But the book I still remember most today, was my dad's favourite book to share with us. He'd explain that this one was special, because it was a storybook for our culture, and that these stories were very, very old - much older than any of us! And so my little kid heart locked on to Peter Gossage's collection of stories titled 'Maui and other Legends'. It was a series of 8 stories about Maui, the Māori deity who went on lots of cheeky adventures to give gifts to the human world.

At the time, there really wasn't much representation for lil' Indigenous Māori kids at all, let alone many Māori storybooks - so I have to pinch myself now, because I've had the priviledge of illustrating 5 to date in my professional career, and there are so many other wonderful Māori and Polynesian voices being heard too! The scarcity is a problem I can see being solved before my very eyes, one book at a time, and I'm thankful for that. 

So those were the favourite books for me when I was very young - I loved each of them for a different reason, but honestly, I could list so many more, I really think there's something special about a good picture book. I love this question, because answering it proves just how long their impact can stay with you throughout your life.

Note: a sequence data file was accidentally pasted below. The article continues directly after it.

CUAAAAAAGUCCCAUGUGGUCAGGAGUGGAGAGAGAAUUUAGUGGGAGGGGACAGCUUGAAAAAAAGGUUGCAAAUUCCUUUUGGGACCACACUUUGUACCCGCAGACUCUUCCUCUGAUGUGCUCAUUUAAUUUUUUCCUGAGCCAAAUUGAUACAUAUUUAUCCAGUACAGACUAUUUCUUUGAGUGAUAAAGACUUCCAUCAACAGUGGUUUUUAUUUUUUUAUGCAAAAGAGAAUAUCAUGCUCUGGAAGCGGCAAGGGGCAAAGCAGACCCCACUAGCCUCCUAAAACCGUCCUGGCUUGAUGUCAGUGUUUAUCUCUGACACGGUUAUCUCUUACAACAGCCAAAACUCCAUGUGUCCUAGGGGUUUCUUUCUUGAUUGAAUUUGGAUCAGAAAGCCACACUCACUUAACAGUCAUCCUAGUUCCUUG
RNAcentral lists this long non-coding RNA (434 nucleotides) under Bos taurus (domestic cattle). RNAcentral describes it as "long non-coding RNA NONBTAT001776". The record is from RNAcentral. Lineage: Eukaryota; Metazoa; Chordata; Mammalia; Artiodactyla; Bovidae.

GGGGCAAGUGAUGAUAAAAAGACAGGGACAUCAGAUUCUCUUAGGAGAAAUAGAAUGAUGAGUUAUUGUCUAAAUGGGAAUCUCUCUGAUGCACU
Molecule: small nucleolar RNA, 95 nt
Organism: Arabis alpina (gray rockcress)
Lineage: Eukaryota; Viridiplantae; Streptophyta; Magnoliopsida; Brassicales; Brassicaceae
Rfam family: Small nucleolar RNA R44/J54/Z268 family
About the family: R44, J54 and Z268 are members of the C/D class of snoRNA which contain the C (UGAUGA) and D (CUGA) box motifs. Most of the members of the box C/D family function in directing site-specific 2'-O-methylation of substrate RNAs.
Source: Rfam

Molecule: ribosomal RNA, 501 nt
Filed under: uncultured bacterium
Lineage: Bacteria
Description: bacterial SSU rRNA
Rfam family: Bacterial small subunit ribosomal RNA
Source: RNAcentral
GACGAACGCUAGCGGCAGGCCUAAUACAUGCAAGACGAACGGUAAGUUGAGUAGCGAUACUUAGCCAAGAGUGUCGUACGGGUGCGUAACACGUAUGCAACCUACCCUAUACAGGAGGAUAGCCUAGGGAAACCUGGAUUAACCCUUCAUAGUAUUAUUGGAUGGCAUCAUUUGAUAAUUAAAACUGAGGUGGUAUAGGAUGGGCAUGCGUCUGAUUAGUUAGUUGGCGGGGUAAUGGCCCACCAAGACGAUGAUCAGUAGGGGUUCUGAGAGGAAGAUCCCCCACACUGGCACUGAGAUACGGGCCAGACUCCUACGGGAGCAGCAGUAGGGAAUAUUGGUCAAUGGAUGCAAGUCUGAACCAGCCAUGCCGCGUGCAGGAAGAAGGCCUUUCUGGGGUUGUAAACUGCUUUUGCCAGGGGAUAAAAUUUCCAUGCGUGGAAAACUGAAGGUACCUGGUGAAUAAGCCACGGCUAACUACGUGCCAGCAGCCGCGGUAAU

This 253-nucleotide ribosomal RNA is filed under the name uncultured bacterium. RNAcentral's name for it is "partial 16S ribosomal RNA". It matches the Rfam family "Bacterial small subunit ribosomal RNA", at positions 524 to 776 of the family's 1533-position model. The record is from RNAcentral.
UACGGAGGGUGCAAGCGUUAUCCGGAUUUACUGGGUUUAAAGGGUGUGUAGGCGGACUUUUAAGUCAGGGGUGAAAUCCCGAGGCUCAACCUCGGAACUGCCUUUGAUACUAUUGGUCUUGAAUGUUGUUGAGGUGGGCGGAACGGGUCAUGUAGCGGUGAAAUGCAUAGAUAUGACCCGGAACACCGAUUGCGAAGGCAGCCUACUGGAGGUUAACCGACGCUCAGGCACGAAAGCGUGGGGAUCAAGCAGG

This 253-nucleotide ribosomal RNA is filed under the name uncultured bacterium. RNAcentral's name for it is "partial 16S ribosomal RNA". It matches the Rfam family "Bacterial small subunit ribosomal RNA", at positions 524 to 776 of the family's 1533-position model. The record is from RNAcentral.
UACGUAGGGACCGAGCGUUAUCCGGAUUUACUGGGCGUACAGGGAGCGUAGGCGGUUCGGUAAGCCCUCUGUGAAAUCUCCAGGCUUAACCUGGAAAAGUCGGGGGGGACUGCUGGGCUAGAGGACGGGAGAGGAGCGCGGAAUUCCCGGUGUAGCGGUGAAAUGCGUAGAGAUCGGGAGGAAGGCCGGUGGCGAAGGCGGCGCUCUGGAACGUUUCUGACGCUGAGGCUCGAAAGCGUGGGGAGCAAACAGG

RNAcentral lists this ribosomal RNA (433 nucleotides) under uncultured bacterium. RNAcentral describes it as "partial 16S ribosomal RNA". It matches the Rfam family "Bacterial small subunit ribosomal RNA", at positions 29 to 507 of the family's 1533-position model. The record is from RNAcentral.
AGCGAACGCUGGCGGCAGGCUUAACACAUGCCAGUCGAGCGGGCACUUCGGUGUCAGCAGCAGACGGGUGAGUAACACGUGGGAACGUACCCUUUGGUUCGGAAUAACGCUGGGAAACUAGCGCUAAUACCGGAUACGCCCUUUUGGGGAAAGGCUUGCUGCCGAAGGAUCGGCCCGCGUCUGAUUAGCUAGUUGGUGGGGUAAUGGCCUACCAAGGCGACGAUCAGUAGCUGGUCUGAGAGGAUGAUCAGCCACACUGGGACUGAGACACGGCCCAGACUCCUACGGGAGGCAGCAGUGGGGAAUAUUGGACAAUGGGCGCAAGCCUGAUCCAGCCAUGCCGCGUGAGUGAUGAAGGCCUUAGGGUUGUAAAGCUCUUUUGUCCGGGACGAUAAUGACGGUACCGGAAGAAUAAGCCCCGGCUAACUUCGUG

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What piece of software or hardware could you not live without and why?

Love this question, because I can say for-absolute-sure that my 12'' iPad pro and Apple pencil are essential to my work - along with my drawing software of choice, Procreate.

Before starting my career and before buying these tools, I would watch so many tutorials of which drawing tablet was best value, which tablet ran which software better, which tablet's pressure sensitivity was just right... But now after buying it and a couple years of use, if any artist asks me for advice on how to approach digital art, they better be ready for a huge rant about why I couldn't live without my iPad, pencil and Procreate software. It's great for experimenting, but the functions it provides also really helps me professionally, because I can import and export things so seamlessly.